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Fixed Wireless Access (FWA) attracts a huge range of opinions, but at Light Reading’s Big 5G Event, Starry put forward an interesting case.
Starry Internet is a fixed wireless broadband Internet service provider, founded in January 2016, operating across a small number of US cities. What makes Starry different from many of the other cable providers is an exclusive focus on FWA.
As a technology, FWA has certainly split opinion. Some see it as a 5G usecase which could justify the vast expenditure on the future-proofed networks, while others believe it is a distraction from what should be the ultimate goal; rolling out full-fibre broadband to all premises.
While we can see there are some niche usecases for FWA, we do not believe it is a viable alternative for fibre-based broadband solutions, the Starry proposition makes a valid case which will be attractive for some broadband challengers.
“People are dying for choice,” Starry COO Alex Moulle-Berteaux said during his keynote session.
Over the first 18 months of Starry’s existence, the firm managed to set up a FWA network which covers two thirds of Boston premises. Although Moulle-Berteaux hasn’t unveiled subscription numbers, the progress has been solid enough to fuel expansion into other US cities.
What is remarkably impressive is Starry managed to deploy this significant FWA network in Boston for less than $5 million.
Moulle-Berteaux also claims the firm has experienced a 20% uptake when connecting a multi-dwelling residence in the first 60-90 days. Promising 200 Mbps, down and up, the team are targeting the cord cutters, offering internet connectivity exclusively, potentially reduce monthly out-goings.
This is why the FWA case is attractive to some. Low cost of entry, Moulle-Berteaux highlighted the use of unlicensed spectrum is helping here, the ability to deliver high speeds and speak to a generation of customers who are increasingly becoming sick of the traditional relationship with connectivity and content providers.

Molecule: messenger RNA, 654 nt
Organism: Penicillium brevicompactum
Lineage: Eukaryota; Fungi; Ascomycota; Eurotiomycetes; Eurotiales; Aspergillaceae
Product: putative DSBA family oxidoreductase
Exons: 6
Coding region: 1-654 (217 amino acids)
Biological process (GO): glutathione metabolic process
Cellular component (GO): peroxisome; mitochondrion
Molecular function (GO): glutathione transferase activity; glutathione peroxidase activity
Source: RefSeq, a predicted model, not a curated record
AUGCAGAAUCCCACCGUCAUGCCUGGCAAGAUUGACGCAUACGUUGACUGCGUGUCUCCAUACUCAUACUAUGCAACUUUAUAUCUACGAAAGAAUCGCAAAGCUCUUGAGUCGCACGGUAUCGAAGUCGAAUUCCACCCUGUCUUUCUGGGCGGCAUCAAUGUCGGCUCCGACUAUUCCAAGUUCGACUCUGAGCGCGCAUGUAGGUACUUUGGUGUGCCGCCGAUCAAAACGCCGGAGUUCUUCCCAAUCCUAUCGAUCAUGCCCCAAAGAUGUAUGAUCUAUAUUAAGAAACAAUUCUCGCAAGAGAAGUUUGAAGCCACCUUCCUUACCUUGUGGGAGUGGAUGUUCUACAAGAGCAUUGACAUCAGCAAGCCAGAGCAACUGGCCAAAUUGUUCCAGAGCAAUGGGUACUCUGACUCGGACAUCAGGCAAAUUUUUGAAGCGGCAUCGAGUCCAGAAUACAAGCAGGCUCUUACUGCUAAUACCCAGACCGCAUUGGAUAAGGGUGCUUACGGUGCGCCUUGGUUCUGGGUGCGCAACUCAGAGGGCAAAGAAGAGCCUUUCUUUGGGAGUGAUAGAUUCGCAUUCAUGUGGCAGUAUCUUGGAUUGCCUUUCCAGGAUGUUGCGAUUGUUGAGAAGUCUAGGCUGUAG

That said, while this is an attractive proposition, we can’t see around the idea that FWA is incredibly short-termist.
Yes, the speeds delivered now are promising and there are certainly prospects to increase further, there will be limitations. Mobile connectivity is always going to be second-best when measured against fibre-based broadband, because physics.
Fibre is the fastest and most reliable connection. It works by emitting and receiving a light signal through the cables that represents binary code. FWA can deliver speeds faster than copper-based broadband, but it’s airborne and a little more prone to external factors. FWA is an alternative, but telcos can get distracted by short-term gains leading to long-term pain. Just look at the BT decision to prioritise G.Fast over fibre. It’s a similar business decision.
However, the US is a market where there might be a valuable role for FWA propositions. As Moulle-Berteaux highlighted, customers like choice and due to the lack of competition in the broadband market, are becoming frustrated with their current providers. This frustration will explain why Starry has been successful in hoovering up subscriptions.
We’re still not convinced by the FWA promise. Fibre is a long-term solution which all providers should be striving towards and there is a risk FWA will become a distraction. However, there are cases where the value is incredibly high. In the US, where many customers are becoming frustrated with a lack of competition, we might have a validated usecase.
At Mobile World Congress in Barcelona, the edge was one of the most prominent topics and the same can be said in Denver at Light Reading’s Big 5G Event.
The edge itself is a relatively easy concept to understand, but in reality, the deployment and evolution are much more complicated facets. It is usually the case that the biggest potential or most promising developments are the most difficult to achieve, but it does seem there is resistance continued resistance to change.